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lebanon says it is facing a jihadist threat on its border with syria. the civil war is threatening to spill over into the country. lebanese soldiers have been positioned along the border. insurgents from the islamic state and other people started back in 2014, causing dozens of casualties on both sides, with the threat of our bombs and future incursions, the lebanese army is on alert. five people suspected of belonging to a cell of islamic state have been arrested in police operations across the three european countries. three of the suspects were arrested in spain, one in belgium, another here in germany. the organization is accused of spreading propaganda and seeking recruits for i.s. using social media, including on one account with 32,000 followers.
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the identities have not been released. the u.s. senate has voted to override president barack obama's veto of the bill that would let families sue the saudi government over the september 11 terror attacks. senators overwhelmingly rejected obama's veto, and only one of the legislators backed the president. it permits civil suits against nations that aid those that commit acts of terrorism. families of 9/11 victims specifically wanted to sue south -- saudi arabia. it is time lawmakers have overturned a veto by president obama. dutch prosecutors say they have solid evidence tonight that a malaysian passenger jet was shot down by a missile moved into eastern ukraine from russia. the multinational investigation
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team is a russian-made missile down to image 17 over ukraine -- image 17 -- mh17 two years ago. it killed 298 people. reporter: the wreckage spent kilometers. hundreds of lives were lost here when malaysia airlines flight mh17 was shot down from the sky. now dutch prosecutors have revealed the missile that brought it down was from russia. >> this missile was brought in from the territory of the russian federation, and after launch, was subsequently returned to the russian fitted to read -- russian federation territory. reporter: it is not known who gave the order to shut down the plane, whether they acted on their own or responded to command from superiors. investigators say they have identified 100 people who could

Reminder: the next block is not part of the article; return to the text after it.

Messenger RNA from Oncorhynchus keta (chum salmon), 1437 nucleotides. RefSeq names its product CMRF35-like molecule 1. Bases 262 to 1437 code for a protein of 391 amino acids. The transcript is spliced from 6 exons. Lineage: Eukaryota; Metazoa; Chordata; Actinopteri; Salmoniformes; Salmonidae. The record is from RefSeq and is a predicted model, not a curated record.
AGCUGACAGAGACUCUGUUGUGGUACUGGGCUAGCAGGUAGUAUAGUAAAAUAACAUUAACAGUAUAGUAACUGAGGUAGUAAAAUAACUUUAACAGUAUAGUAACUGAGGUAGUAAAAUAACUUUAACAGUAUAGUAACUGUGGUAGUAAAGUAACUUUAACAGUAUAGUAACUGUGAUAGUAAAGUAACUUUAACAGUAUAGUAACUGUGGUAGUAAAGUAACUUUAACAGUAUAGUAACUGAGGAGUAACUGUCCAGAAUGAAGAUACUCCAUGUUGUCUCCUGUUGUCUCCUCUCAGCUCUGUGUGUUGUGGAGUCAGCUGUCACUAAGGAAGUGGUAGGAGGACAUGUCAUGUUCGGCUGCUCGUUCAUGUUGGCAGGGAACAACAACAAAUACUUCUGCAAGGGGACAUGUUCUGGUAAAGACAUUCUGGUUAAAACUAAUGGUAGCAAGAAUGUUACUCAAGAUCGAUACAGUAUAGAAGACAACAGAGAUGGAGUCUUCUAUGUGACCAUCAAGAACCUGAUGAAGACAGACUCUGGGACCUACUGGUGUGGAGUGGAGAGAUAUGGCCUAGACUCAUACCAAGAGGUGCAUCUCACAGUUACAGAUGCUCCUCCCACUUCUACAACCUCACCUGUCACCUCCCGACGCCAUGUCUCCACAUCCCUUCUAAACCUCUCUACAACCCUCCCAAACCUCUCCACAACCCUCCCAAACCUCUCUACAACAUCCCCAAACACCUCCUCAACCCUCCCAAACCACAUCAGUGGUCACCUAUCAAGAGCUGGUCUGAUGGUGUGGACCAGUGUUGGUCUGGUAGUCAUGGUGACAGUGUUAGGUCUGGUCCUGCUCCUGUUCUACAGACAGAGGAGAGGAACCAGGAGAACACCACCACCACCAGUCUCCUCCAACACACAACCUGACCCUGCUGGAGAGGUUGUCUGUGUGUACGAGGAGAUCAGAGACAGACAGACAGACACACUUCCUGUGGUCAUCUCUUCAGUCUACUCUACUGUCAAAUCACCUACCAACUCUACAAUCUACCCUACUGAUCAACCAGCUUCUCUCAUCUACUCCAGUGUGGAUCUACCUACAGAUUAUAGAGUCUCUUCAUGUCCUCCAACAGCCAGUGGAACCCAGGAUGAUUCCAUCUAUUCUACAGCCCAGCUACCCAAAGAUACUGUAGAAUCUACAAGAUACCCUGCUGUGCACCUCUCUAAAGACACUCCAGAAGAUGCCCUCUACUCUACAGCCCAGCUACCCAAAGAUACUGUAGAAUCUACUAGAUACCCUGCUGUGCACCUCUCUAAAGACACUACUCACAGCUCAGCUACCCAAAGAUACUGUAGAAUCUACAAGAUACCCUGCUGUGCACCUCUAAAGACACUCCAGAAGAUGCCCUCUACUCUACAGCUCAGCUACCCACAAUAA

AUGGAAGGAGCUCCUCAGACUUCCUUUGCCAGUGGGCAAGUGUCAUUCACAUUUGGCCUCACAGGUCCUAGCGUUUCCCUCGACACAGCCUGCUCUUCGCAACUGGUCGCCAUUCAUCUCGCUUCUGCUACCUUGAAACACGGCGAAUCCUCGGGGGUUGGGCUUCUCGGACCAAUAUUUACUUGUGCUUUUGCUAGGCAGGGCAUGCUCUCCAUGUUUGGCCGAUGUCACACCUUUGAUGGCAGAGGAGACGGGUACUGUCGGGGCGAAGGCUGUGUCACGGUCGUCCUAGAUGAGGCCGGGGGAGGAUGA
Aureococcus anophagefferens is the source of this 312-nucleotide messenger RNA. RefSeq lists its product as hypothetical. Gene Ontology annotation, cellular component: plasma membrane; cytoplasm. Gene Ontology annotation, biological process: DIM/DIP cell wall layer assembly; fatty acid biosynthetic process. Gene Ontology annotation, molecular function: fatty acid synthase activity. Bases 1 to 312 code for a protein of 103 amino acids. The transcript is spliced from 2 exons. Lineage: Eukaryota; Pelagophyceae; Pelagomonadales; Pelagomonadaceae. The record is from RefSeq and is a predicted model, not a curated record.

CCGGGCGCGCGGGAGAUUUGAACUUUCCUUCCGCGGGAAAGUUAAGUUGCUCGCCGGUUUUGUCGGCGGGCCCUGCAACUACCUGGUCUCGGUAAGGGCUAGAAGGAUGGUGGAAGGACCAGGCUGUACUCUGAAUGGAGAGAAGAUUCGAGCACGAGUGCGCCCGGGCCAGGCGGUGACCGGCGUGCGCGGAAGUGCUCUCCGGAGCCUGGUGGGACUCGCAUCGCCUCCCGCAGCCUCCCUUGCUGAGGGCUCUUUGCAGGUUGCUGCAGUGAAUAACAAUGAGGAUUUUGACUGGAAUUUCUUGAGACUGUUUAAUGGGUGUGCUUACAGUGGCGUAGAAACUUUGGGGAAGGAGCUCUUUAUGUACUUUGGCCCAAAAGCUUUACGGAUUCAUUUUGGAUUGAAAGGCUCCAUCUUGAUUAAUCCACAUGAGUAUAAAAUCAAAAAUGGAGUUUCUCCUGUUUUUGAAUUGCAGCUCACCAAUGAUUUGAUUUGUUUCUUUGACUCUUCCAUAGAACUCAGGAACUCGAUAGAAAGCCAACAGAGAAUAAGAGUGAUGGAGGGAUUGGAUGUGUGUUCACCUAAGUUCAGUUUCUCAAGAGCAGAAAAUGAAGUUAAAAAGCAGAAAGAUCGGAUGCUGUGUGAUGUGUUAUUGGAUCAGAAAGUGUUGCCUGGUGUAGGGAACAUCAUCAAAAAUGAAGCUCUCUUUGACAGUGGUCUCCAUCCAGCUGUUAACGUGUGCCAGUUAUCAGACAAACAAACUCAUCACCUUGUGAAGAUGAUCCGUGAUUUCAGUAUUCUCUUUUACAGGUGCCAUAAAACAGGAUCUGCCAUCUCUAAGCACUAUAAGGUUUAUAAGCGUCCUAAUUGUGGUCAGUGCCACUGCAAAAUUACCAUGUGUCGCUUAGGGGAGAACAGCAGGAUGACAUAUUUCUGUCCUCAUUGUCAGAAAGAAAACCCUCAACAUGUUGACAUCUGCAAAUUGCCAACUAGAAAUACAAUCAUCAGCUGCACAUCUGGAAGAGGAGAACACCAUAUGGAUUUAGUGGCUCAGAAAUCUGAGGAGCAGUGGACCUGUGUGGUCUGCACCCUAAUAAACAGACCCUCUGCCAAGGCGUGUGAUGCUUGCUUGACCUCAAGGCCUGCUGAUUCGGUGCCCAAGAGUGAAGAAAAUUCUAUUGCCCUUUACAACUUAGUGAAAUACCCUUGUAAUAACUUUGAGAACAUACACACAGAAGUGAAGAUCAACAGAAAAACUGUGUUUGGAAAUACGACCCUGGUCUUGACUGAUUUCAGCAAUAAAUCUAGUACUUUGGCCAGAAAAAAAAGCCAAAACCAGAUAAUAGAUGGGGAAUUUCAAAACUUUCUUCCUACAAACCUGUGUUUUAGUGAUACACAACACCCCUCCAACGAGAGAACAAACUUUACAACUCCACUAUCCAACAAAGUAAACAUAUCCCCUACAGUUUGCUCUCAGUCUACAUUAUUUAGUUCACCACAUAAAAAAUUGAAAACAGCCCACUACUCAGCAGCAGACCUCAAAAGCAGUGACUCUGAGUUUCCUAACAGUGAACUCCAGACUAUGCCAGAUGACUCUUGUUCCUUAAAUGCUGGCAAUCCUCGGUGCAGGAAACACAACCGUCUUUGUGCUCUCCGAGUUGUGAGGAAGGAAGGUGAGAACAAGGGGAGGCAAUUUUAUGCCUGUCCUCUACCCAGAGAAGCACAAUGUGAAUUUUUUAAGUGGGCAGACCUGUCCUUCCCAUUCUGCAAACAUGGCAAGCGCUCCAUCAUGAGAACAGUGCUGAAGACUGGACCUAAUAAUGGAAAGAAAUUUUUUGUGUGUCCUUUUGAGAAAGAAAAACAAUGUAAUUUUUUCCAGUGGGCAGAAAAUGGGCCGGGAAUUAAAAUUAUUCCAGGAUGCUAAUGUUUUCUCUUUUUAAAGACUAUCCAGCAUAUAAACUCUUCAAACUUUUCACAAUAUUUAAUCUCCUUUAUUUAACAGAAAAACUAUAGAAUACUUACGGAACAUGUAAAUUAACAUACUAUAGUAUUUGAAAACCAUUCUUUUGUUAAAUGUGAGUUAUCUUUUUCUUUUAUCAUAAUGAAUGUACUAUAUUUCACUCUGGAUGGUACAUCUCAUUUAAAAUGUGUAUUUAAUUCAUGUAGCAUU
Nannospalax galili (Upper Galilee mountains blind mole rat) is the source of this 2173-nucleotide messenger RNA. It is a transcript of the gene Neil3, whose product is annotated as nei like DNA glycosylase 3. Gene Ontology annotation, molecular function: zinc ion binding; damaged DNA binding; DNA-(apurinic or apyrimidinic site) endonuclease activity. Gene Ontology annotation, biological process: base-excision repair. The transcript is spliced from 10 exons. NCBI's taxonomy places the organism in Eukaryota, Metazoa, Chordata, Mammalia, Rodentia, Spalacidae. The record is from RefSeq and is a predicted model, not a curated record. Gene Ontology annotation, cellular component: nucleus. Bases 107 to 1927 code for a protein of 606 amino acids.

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be linked to the plane's downing. this is a step closer to closure. >> there was a lot of speculation, but i see this as something a bit relief for me. reporter: flight mh17 took off from amsterdam in july 2014 going to kuala lumpur. it was blown out of the sky in eastern ukraine. last october, i report concluded the plane have been brought down by a russian-made missile launched from eastern ukraine, but investigators stopped short of laying blame on anyone side. russia and rebels immediately denied involvement, blaming ukraine instead. brent: david crawford is one of the journalists who uncovered evidence revealing russia's connection to the crash of mh17,
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earning him germany's highest award for investigative journalism. he joins us tonight. it is good to have you with us on the show. i want to start with moscow's reaction to the report today. we have seen this before, haven't we? david: yes, we have. moscow refuses to accept responsibility for the downing of the plane, and is pointing his finger at ukraine. brent: if moscow denies connection to the crash and refuses to extradite suspects, does the search for justice, does it end with this report we are getting today? david: no. this whole matter is not going to go away. you look at the lockerbie downing, pan am 103 i think it
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was, justice took decades. this matter won't go away, but it could also take decades before it is finally too expensive to keep denying it. brent: in your reporting you said there was a pro-russian separatist, they celebrated the downing. it first it looked like they had shot down a ukrainian military jet. are we talking about mass murder by mistaken identity? david: that is unclear at the moment. what we also said was it was a difficult situation on the ground and in the air over eastern ukraine at that time. soldiers on the ground were manning the missiles, were very afraid of the airplanes in the air because airplanes were